Tuesday, January 4, 2011

Genesis 31:1-21 Changed Faces

"Jacob heard that Laban's sons were saying, 'Jacob has taken everything our father owned and has gained all this wealth from what belonged to our father.'  And Jacob noticed that Laban's attitude toward him was not what it had been.  [The Hebrew for this word 'attitude' literally reads 'face', i.e., Jacob could even tell by looking at Laban's face that his thoughts about Jacob had changed.]   Then the Lord said to Jacob, 'Go back to the land of your fathers and to your relatives, and I will be with you.' " (Genesis 31:1-3 NIV)

It is kind of funny how wealth can change people's attitudes toward someone.  Once, when I was working with a church youth group, one member's relative won a significant amount of money in the lottery.  It was amazing to hear about relatives suddenly coming out of the woodwork, people he had seldom or even never met, all wanting a piece of the action.  Wanting? I should say that they were demanding to share in this person's unexpected wealth.  When he eventually had to draw the line on how much he could share with them, there was plenty of resentment to go around.

In these verses, it is amazing to see that Laban's sons apparently have no idea about why Laban had any wealth in the first place.  It is only because God is blessing all that Jacob does that their father's wealth began to increase!  However, I doubt that even Laban is still appreciative of this fact, even though he once recognized it to be true.  (Genesis 30:27)  In the New Testament, Romans 1:21 (NIV) echoes the same thought:  "For although they knew God, they neither glorified him as God nor gave thanks to him, but their thinking became futile and their foolish hearts were darkened."

Jacob calls Rachel and Leah to come out to him in the fields so that they can discuss this matter more privately. (v.4) Several things needed to be made clear:

"He said to them, 'I see that your father's attitude toward me is not what it was before, but the God of my father has been with me.  You know that I've worked for your father with all my strength, yet your father has cheated me by changing my wages ten times.  However, God has not allowed him to harm me.  If he said, "The speckled ones will be your wages," then all the flocks gave birth to speckled young; and if he said, "The streaked ones will be your wages," then all the flocks bore streaked young.  So God has taken away your father's livestock and given them to me.'  (Genesis 31:5-9 NIV)

Jacob also relates to the women a dream he once had, in which all the male goats which were mating with the flock were streaked, speckled or spotted.  [Note:  This dream may be the source of Jacob's rather strange breeding methods for his flocks.]  In the dream, the angel of God told Jacob that he had seen all that Laban had been doing to him. (v. 10-12)  "I am the God of Bethel, where you annointed a pillar and where you made a vow to me.  Now leave this land at once and go back to your native land." (Genesis 31:13 NIV)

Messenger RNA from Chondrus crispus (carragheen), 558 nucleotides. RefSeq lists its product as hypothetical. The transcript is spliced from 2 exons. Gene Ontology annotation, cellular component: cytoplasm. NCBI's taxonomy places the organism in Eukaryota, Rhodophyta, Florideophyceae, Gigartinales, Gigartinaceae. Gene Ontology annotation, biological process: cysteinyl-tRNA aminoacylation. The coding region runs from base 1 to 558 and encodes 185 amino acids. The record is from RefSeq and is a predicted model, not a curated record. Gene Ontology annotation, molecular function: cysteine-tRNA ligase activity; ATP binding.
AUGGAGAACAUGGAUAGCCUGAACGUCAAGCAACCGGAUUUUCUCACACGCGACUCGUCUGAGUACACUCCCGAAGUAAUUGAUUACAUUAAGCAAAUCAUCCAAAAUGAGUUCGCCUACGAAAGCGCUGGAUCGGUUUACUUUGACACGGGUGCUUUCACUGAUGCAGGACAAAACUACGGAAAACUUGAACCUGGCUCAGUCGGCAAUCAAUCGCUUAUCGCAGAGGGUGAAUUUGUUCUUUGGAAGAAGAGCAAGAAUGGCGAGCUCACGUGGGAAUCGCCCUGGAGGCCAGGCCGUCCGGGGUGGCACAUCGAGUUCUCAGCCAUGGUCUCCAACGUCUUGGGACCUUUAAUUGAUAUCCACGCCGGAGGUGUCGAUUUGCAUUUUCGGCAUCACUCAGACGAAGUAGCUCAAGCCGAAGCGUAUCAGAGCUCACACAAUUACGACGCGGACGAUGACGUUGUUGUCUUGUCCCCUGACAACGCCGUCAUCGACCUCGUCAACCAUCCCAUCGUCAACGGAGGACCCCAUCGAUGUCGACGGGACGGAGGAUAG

Rachel and Leah are quite happy to leave their father's household and go with Jacob to Canaan.  In their opinion, Laban now regarded them as foreigners, and had sold them and taken for himself all of what might be considered their dowry, that is, the results of Jacob's years of labor.  All of the wealth that God had taken away from Laban and given to Jacob they considered the property of themselves and their children anyway.  So they are willing to have Jacob do all that God had told him to do. (v.14-16)

Jacob loses no time in putting his family upon camels and driving all his livestock ahead of him.  He also took any goods which were his and headed toward his father Isaac's home in Canaan. (v.17-18)  Laban was apparently away shearing his sheep, and Jacob did not tell him that he was leaving. (v. 19-20) Unknown to Jacob, Rachel took advantage of Laban's absence by stealing his household gods and bringing them along as well.  Commentators differ regarding why Rachel may have done this.  Some claim that by having these items, Rachel could hang onto some inheritance rights.  Others believe that Rachel may not have entirely let go of all of her pagan background yet and feared that Laban could use these idols to determine exactly where the family had fled.  Others think that the idols were made of valuable material, or that Rachel was rebuking her father for his use of them.  At any rate, I think we can all agree that Rachel was not pleased with Laban and was making some type of statement by taking his idols.

"So he fled with all he had, and crossing the River, he headed for the hill country of Gilead." (Genesis 31:21 NIV)  Gilead was a good place for livestock to graze. (Numbers 32:1)  Perhaps Jacob planned his route so that his animals would not be decimated by the long journey.

Three days later, Laban received some unpleasant news.  His son-in-law, daughters and grandchildren, along with all of Jacob's flocks, had left for the land of Canaan.

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